Fresh Produce Supply Chain
Describe the supply chain from farm to consumer for fresh produce in order to provide insight into the competitive differentiation of the produce market and provide background information for a potential investment in the direct-to-consumer product sector.
Agricultural Supply Chain
- The basic food supply chain consists of food being grown by the farmer and then harvested and sent to a processor. Then the processor packages the product and ships it to a distributor. The distributor sells the product to many different retailers. The retailers then sell it to the consumers.
- On average, food served in the US has traveled about 1,500 miles from farm to plate.
- By selling direct-to-consumer, farmers can drastically reduce the miles the food travels before it reaches the consumer. For example, when comparing lettuce sold in a terminal market vs a farmers market, the lettuce sold in the terminal market traveled over 2,000 miles and the lettuce sold in the farmers market had traveled about 100 miles.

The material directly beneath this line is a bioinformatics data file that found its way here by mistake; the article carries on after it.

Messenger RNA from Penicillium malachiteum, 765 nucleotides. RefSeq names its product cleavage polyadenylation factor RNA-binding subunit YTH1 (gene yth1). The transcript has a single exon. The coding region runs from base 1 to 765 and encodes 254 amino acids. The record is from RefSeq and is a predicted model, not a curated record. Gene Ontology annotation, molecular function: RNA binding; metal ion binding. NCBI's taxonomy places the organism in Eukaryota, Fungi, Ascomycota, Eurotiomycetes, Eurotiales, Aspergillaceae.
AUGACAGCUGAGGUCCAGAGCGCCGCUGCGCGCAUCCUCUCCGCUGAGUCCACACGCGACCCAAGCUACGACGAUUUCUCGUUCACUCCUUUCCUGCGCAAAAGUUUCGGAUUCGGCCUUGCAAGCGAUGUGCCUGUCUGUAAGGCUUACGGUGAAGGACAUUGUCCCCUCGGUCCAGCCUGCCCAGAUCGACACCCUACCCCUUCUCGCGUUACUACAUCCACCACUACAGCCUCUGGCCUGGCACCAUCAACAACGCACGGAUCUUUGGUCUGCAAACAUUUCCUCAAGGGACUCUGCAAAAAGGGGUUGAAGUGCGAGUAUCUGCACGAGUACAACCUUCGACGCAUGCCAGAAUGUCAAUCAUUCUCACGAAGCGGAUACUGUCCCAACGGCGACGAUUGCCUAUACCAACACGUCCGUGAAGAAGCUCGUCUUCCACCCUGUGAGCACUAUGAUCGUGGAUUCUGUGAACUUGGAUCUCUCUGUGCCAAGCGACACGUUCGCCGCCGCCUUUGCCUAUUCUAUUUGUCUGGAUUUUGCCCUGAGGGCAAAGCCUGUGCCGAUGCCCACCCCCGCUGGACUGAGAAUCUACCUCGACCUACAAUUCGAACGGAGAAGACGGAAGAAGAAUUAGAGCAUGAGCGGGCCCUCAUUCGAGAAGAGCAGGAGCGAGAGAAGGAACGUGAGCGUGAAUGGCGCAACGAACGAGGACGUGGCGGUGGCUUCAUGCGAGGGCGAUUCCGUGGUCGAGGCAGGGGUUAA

Farm Share of Food Dollar
- According to the USDA, in 2017 the farmer only received 14.6 cents for every dollar spent on food, while the rest of the dollar (85.4 cents) went to marketing.
- This was further broken down by the USDA: Farm production accounted for 7.8 cents, Food processing for 15 cents, packaging 2.3 cents, transportation 3.5 cents, wholesale trade 9.1 cents, retail trade 12.6 cents, foodservices 36.7 cents, energy 3.8 cents, finance and insurance 3.2 cents, advertising 2.6 cents, and other 3.4 cents.
- This is a record low for farmers, brought on by the trend towards eating out, towards having "value-added" products (like pre-cut squash), and low commodity prices.
- If farmers do some of the processing in-house, or opt for direct-to-consumer marketing channels like farmers markets, they can keep a larger share of the food dollar for themselves.
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